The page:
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  • Writer's pictureESSEX FREE PRESS

Maedel descendant seeks familial artifacts

- Essex’s community centre on Gosfield Townline was named after Maedel last year -

by Adam Gault

The descendant of one of Essex’s most prominent citizens of the first half of the 20th century is seeking photos and artifacts relating to his grand-grandfather’s life, businesses, and personal ventures. This quest is an effort to continue to preserve the legacy of Charles Maedel, an individual who had an instrumental impact in the development of Essex throughout the first half of the 20th century.

  With the Town of Essex renaming the Essex Community Centre at 25 Gosfield Townline to the Maedel Community Centre in 2020, Doug Maedel has been on a mission to acquire as many artifacts relating to his ancestor as possible, with the hopes of organizing a public display at the building, in addition to the potential addition of a mural to commemorate his lasting contributions to Essex.

  Born in 1874, the entrepreneur founded Maedel’s Beverages in 1908, where the company produced, bottled, and distributed their own soft drinks.

  In 1935, he purchased the second ever Pepsi franchise in Canada, which happened to be the first in Ontario, which gave him licence to produce and distribute the popular beverage.

  “His history is endless,” Doug explained, adding that at one time, Maedel was even Chief of the Essex Fire Department. “He employed so many people. I worked there, my son worked there, five generations worked there just on my side of the family.”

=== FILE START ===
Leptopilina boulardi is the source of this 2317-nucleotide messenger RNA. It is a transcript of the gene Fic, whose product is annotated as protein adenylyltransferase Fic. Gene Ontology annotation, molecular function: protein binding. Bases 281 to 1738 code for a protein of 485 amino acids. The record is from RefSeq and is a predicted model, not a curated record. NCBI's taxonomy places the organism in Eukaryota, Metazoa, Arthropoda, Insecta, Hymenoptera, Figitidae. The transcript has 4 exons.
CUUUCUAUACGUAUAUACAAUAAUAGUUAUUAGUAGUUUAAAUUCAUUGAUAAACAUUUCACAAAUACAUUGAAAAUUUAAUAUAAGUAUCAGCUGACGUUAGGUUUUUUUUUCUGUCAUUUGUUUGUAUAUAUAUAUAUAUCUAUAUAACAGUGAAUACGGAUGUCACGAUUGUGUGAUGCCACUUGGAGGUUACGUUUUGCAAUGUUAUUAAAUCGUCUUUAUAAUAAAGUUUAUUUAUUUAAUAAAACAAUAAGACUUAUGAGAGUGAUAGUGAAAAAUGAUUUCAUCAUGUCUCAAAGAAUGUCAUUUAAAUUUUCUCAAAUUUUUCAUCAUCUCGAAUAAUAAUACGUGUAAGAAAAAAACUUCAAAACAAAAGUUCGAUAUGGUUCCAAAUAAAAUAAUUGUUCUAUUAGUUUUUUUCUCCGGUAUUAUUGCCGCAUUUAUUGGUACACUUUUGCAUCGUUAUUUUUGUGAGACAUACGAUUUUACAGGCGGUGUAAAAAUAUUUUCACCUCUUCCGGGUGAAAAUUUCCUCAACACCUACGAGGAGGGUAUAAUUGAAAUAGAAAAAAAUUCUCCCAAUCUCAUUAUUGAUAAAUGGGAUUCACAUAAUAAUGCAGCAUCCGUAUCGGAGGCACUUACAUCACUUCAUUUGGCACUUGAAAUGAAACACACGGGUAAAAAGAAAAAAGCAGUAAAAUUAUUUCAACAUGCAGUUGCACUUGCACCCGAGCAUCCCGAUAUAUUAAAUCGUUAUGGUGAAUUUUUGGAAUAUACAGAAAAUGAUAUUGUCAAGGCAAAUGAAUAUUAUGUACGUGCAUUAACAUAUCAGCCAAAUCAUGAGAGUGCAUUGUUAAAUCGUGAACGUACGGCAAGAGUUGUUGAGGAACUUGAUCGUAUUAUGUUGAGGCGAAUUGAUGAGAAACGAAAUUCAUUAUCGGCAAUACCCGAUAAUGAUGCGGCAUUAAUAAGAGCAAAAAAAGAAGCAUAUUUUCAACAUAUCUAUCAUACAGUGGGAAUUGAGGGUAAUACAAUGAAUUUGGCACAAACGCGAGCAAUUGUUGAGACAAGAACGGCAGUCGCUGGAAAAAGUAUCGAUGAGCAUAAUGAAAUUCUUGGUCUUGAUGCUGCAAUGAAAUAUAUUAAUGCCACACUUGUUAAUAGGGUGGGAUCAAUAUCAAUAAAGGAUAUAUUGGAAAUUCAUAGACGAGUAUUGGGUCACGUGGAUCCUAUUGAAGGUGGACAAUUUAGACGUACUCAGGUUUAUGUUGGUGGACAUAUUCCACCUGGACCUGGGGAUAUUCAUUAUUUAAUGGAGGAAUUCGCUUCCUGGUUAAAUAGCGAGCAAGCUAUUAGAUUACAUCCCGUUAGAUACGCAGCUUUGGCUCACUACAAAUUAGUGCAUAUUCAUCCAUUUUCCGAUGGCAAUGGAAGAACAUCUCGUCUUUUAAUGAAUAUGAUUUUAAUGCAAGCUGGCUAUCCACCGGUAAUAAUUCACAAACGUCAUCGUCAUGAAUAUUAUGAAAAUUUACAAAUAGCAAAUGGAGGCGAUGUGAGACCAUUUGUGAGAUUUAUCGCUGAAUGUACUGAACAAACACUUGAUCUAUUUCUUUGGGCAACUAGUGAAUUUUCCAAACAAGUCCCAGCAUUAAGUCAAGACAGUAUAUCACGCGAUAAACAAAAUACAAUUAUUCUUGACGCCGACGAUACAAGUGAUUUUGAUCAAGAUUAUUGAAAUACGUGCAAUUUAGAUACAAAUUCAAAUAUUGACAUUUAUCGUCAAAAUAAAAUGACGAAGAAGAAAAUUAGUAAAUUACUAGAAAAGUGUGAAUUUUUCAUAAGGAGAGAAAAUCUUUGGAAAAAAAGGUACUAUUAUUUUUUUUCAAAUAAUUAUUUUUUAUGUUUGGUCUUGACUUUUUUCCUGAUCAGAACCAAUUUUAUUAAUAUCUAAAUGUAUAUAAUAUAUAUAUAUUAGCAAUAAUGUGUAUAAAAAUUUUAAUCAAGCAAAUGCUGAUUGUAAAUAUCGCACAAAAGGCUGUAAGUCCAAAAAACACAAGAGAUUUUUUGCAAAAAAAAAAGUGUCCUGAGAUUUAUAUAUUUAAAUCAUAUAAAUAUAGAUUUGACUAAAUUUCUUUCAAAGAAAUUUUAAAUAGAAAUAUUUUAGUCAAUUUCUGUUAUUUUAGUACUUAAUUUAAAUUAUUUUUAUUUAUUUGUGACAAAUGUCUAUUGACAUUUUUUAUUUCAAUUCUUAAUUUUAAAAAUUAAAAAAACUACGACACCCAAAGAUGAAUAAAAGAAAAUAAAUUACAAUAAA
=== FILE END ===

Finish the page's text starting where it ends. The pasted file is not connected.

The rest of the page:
In addition to supporting the economic growth in Essex in those early days, Maedel also backed numerous clubs and extracurriculars over the course of his life, with his efforts being critical in bringing the Boy Scouts to Essex, leadership within the Essex Rotary Club, and of course, the foundation of the Essex Boys Band, which included his sponsorship of concerts and the construction of a bandshell in the town.

  For his project, Doug is seeking just about anything and everything pertaining to his great-grandfather’s business and contributions, including items such as photographs, or more physical objects, such as Maedel soft drink bottles or cases.

  “A lot of people who might have something may have either passed away, or thrown it away. This is quite old stuff here,” Maedel said. “He started bottling in 1908 and it continued until 1989. That’s over 80-years with a business in a small town like this. That’s unheard of.”

While the Maedel family sold their business in 1989, the Pepsi plant at the corner of Highway #3 and Gosfield Townline continues today, because of Maedel’s efforts in bringing Pepsi to Ontario more than a century ago.

  Those who have items they believe would be appropriate for Doug Maedel’s display, are encouraged to contact him by phone at (519) 776-5494 or by email at

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